Error types | Likelihood | Response | Covariate with error | Other covariate(s) |
---|---|---|---|---|

Classical, missing values | Weibull survival | survival time | `sbp1` , `sbp2` |
`smoke` , `age` ,
`diabetes` , `sex` |

This example shows how to fit a Weibull survival model to describe
the influence systolic blood pressure (SBP) has on survival. The model
is the same as in Skarstein
et al. (2023), but just using `inlamemi`

rather than
plain INLA.

We assume there to be some measurement error in the SBP measurements. For some of the patients we have repeated measurements, but not for all, and for some patients both of the measurements are even missing. Therefore we are dealing with both classical measurement error and missing data in this case.

For the main model of interest, we have the formula \[
\eta_i = \beta_0 + \beta_{\texttt{sbp}} \texttt{sbp}_i +
\beta_{\texttt{sex}} \texttt{sex}_i + \beta_{\texttt{age}}
\texttt{age}_i + \beta_{\texttt{smoke}} \texttt{smoke}_i +
\beta_{\texttt{diabetes}} \texttt{diabetes}_i.
\] The error models for the repeated SBP measurement are \[
\begin{align}
\texttt{sbp}^1_i = \texttt{sbp}_i + u_i^{1}, \\
\texttt{sbp}^2_i = \texttt{sbp}_i + u_i^{2},
\end{align}
\] and the imputation model for `sbp`

is \[
\texttt{sbp}_i = \alpha_0 + \alpha_{\texttt{sex}} \texttt{sex}_i +
\alpha_{\texttt{age}} \texttt{age}_i + \alpha_{\texttt{smoke}}
\texttt{smoke}_i + \alpha_{\texttt{diabetes}} \texttt{diabetes}_i.
\] We begin by specifying the necessary priors:

```
# Priors for measurement error variance and true x-value
prior.prec.u <- c(0.5, 0.5) # Gamma(0.5, 0.5) (same as Keogh&Bartlett)
prior.prec.x <- c(0.5, 0.5) # Gamma(0.5, 0.5) (same as K&B)
prec.u <- 2.8
prec.x <- 1
# Prior for shape parameter of the Weibull survival model
prior.exp <- 0.01 # Gamma(1, 0.001) ~ Exp(0.001) (INLA sets prior on theta, r~Exp(0.1*theta))
exp.init <- 1.4
```

And then we fit the model itself. Let me point out some of the things that are special for this model:

Since we have a survival model, the response of the model is`inla.surv()`

:`inla.surv(t, d)`

. In this case,`t`

is the survival time, and`d`

is the censoring indicator, indicating whether the patient was still alive at the end of the study period, or whether the patient had actually passed away.Another thing to note is that since the`control.family`

:`fit_inlamemi`

function does not have arguments for passing the prior for the shape parameter of the Weibull survival model to`inla`

, we instead need to write out the whole`control.family`

argument and pass this to`fit_inlamemi`

. If you are not used to R-INLA this may look a bit strange, but this is simply how the priors for the three different levels of the model are passed to`inla`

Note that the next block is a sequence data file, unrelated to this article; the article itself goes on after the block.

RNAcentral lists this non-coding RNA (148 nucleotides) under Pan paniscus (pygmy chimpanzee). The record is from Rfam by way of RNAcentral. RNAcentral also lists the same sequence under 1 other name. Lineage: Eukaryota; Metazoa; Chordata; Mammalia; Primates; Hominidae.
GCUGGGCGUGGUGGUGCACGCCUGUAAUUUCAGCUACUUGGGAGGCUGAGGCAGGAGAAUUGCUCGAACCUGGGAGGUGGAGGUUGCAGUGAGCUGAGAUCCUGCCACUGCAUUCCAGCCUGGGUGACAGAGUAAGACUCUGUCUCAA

. So as you can see it is a list of three lists, and each of these layers corresponds to one model layer, so the first one is for the main model of interest, the second one is for the error model, and the third layer is for the imputation model.Since we have repeated measurements for SBP, we need to set this argument to`repeated_observations`

:`TRUE`

.

```
survival_model <- fit_inlamemi(
formula_moi = inla.surv(t, d) ~ sbp + age + smoke + sex + diabetes,
formula_imp = sbp ~ age + smoke + sex + diabetes,
family_moi = "weibull.surv",
data = nhanes_survival,
error_type = c("classical", "missing"),
repeated_observations = TRUE,
control.family = list(
# Prior for main model of interest (moi)
list(hyper = list(alpha = list(param = prior.exp,
initial = log(exp.init),
fixed = FALSE))),
# Prior for error model
list(hyper = list(prec = list(initial = log(prec.u),
param = prior.prec.u,
fixed = FALSE))),
# Prior for imputation model
list(hyper = list(prec = list(initial = log(prec.x),
param = prior.prec.x,
fixed = FALSE)))),
prior.beta.error = c(0, 1/1000), # Prior for beta.sbp
control.predictor=list(link=3)) # To specify that for the missing values, we use the third link function ("gaussian", from the imputation model) to predict them.
```

```
summary(survival_model)
#> Formula for model of interest:
#> inla.surv(t, d) ~ sbp + age + smoke + sex + diabetes
#>
#> Formula for imputation model:
#> sbp ~ age + smoke + sex + diabetes
#>
#> Error types:
#> [1] "classical" "missing"
#>
#> Fixed effects for model of interest:
#> mean sd 0.025quant 0.5quant 0.975quant mode
#> beta.0 -5.4540938 0.13791214 -5.7178638 -5.4543016 -5.1898494 -5.4543046
#> beta.age 0.9054675 0.04986843 0.8076100 0.9055121 1.0030731 0.9055131
#> beta.smoke 0.2700320 0.08453202 0.1042709 0.2700324 0.4357911 0.2700324
#> beta.sex 0.4454314 0.07880388 0.2909171 0.4454266 0.5999728 0.4454266
#> beta.diabetes 0.5919710 0.09293525 0.4096883 0.5919869 0.7741637 0.5919871
#>
#> Coefficient for variable with measurement error and/or missingness:
#> mean sd 0.025quant 0.5quant 0.975quant mode
#> beta.sbp 0.1132246 0.04863355 0.01739928 0.1132526 0.2088873 0.1133684
#>
#> Fixed effects for imputation model:
#> mean sd 0.025quant 0.5quant 0.975quant mode
#> alpha.sbp.0 0.006414738 0.04311842 -0.07814269 0.006414675 0.09097253 0.006414675
#> alpha.sbp.age 0.322557254 0.02956392 0.26458304 0.322556469 0.38053594 0.322556467
#> alpha.sbp.smoke 0.004837677 0.05062415 -0.09443964 0.004837878 0.10411385 0.004837878
#> alpha.sbp.sex -0.061813667 0.04701748 -0.15401659 -0.061814003 0.03039117 -0.061814004
#> alpha.sbp.diabetes 0.137938583 0.06224094 0.01588378 0.137937484 0.25999966 0.137937482
#>
#> Model hyperparameters (apart from beta.sbp):
#> mean sd 0.025quant 0.5quant 0.975quant mode
#> Precision for sbp classical model 1.376960 0.04080456 1.2978097 1.376549 1.458454 1.376149
#> Precision for sbp imp model 2.838733 0.25689460 2.3577082 2.830223 3.368168 2.819663
#> alpha parameter for weibullsurv 1.027331 0.04959684 0.9343127 1.025741 1.129552 1.021715
plot(survival_model, plot_intercepts = FALSE, plot_imp = FALSE)
```